The Newnan Times-Herald

Local

Crappy situation at ECHS


  • By Sarah Fay Campbell
  • |
  • Oct. 13, 2018 - 7:33 AM

Sewer backups at East Coweta High School over the past few days have resulted in closed bathrooms, moved classrooms and a stinky situation.

On Wednesday, students on the Brantley East and Brown halls were moved to other classrooms following backups in bathrooms.

Students were back in their regular classrooms Thursday, according to Dean Jackson, public information officer for Coweta County Schools, and the problem was repaired.

The problem first surfaced Oct. 3. Maintenance crews came out and assumed the issue was a blockage in the sewer line. The lines were cleared, and the next day, there was no issue, Jackson said.

Students were on fall break Friday and Monday, but when they returned Tuesday, the problem started again. Sewage backed up in two bathrooms, which were closed, and maintenance crews again worked to clear a presumed blockage.

During the outside work on the sewer lines, Jackson said “there have definitely been noticeable odor problems.”.

On Wednesday, there was backed up sewage in the bathrooms again, which were closed and not in use. While the bathrooms were being cleaned and disinfected, students on those hallways were moved to other classrooms, Jackson said, and parents were notified.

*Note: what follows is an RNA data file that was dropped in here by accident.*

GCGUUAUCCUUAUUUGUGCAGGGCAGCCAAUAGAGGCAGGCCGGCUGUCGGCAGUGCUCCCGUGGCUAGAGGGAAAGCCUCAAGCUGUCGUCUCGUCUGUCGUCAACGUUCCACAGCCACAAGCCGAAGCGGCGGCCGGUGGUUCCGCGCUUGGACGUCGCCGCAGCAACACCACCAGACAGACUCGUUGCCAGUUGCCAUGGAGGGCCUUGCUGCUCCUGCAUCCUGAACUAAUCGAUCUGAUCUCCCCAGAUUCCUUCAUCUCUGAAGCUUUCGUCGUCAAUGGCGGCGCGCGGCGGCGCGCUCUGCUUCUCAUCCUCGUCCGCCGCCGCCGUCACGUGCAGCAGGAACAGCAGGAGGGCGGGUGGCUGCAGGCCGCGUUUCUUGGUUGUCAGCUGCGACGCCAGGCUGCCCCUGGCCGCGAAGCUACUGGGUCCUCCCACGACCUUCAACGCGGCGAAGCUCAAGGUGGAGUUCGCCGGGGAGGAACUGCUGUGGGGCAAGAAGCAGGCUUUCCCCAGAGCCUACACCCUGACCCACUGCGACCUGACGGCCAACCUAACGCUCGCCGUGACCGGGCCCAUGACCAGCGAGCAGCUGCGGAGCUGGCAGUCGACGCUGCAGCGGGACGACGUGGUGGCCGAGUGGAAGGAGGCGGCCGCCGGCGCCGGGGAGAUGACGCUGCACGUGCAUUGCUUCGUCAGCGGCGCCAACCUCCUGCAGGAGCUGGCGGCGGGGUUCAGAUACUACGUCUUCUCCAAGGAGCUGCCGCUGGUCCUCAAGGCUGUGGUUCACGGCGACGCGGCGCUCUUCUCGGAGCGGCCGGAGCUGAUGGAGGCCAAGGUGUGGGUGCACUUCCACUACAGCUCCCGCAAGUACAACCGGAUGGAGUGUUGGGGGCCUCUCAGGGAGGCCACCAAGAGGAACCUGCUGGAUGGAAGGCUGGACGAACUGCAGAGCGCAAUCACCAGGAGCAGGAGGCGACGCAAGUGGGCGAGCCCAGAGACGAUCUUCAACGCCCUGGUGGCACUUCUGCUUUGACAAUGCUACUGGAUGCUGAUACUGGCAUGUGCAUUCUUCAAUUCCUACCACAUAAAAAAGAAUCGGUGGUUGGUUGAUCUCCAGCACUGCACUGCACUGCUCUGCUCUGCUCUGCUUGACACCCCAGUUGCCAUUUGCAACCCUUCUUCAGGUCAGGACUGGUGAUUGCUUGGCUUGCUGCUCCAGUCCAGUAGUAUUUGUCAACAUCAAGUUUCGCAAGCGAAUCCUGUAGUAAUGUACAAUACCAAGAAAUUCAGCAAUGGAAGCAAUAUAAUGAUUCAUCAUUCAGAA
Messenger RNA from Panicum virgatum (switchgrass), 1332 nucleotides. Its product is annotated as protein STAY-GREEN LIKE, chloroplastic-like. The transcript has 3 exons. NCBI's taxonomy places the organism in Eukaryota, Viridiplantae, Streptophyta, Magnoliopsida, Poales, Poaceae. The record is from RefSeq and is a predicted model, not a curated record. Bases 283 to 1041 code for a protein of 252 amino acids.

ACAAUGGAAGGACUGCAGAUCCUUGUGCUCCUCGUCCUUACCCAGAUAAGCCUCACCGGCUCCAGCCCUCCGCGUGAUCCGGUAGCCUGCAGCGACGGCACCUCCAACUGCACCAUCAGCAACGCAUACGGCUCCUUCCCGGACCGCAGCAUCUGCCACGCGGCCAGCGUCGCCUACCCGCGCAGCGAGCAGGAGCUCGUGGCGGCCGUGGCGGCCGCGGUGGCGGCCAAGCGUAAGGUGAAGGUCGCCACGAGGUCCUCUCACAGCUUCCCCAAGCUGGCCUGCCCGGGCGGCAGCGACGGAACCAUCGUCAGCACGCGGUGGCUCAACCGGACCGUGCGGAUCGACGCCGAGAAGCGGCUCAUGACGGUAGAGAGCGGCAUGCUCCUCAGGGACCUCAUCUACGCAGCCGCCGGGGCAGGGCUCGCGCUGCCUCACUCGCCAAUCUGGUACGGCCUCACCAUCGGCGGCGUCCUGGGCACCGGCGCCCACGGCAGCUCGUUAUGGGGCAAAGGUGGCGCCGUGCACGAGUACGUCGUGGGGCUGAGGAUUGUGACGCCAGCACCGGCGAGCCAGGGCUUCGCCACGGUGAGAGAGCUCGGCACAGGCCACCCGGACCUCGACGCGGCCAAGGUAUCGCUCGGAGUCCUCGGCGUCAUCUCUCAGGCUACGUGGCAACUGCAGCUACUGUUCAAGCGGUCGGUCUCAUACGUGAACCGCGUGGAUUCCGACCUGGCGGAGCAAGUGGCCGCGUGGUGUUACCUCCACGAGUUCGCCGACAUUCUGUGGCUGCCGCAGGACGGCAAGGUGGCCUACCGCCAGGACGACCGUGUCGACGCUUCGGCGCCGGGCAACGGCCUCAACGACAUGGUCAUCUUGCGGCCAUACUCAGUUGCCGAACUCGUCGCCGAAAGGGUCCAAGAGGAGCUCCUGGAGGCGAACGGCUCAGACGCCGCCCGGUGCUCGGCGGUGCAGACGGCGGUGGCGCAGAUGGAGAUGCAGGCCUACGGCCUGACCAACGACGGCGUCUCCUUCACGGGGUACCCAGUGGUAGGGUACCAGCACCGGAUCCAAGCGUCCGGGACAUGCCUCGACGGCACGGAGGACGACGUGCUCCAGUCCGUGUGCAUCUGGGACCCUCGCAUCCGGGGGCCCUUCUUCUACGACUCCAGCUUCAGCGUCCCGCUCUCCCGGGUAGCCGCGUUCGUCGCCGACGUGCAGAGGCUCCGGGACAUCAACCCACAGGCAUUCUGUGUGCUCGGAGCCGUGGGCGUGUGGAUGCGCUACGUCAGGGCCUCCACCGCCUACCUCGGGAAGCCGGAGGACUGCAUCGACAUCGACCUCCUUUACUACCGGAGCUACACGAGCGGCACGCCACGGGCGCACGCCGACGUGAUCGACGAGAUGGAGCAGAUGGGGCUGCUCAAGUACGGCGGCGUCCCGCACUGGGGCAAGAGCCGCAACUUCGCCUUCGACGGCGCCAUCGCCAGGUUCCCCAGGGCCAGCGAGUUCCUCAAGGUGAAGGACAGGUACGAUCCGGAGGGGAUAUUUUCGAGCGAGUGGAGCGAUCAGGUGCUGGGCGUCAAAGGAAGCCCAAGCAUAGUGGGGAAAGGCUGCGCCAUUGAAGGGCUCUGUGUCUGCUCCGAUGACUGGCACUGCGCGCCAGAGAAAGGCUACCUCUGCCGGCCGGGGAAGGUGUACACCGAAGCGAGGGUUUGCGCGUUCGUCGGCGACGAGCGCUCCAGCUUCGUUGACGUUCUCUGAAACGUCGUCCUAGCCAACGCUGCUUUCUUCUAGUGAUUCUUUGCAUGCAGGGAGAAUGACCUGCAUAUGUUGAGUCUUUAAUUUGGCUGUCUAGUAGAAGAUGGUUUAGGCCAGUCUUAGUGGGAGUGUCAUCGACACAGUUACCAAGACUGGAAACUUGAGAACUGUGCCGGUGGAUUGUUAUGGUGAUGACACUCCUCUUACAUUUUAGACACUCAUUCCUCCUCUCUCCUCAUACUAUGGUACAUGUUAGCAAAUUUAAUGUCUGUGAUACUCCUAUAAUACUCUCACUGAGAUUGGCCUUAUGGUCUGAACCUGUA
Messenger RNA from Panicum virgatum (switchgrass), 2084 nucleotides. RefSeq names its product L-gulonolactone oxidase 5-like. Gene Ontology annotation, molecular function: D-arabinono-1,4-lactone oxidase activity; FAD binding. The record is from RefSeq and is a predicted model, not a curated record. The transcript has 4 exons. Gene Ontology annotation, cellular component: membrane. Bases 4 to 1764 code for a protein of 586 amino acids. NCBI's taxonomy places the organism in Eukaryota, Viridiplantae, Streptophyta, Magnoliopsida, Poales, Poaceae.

A grandmother of an ECHS student, who asked not to be named, said that her grandson said the sewage backup was in the hallways and coming into the classroom, and her daughter saw sewage in the staff parking lot Wednesday.

The woman said she felt like the school should have been closed until the problem was fixed.

A comment posted on ECHS Principal Steve Allen’s Facebook page referred to a “river” on Brown Hall and a “geyser” in the staff parking lot.

Also on Wednesday, school systems facilities crews figured out why the work they were doing wasn’t working – a blockage wasn’t the problem.

Instead, there was damage to the service line. Last week, electrical crews were doing work nearby, and used a machine to bore into the ground. That borer had damaged the sewer line, causing the backup. Once the source of the problem was discovered, it was a relatively quick fix.

Things should be back to normal today.

“We certainly hope so,” Jackson said Thursday afternoon.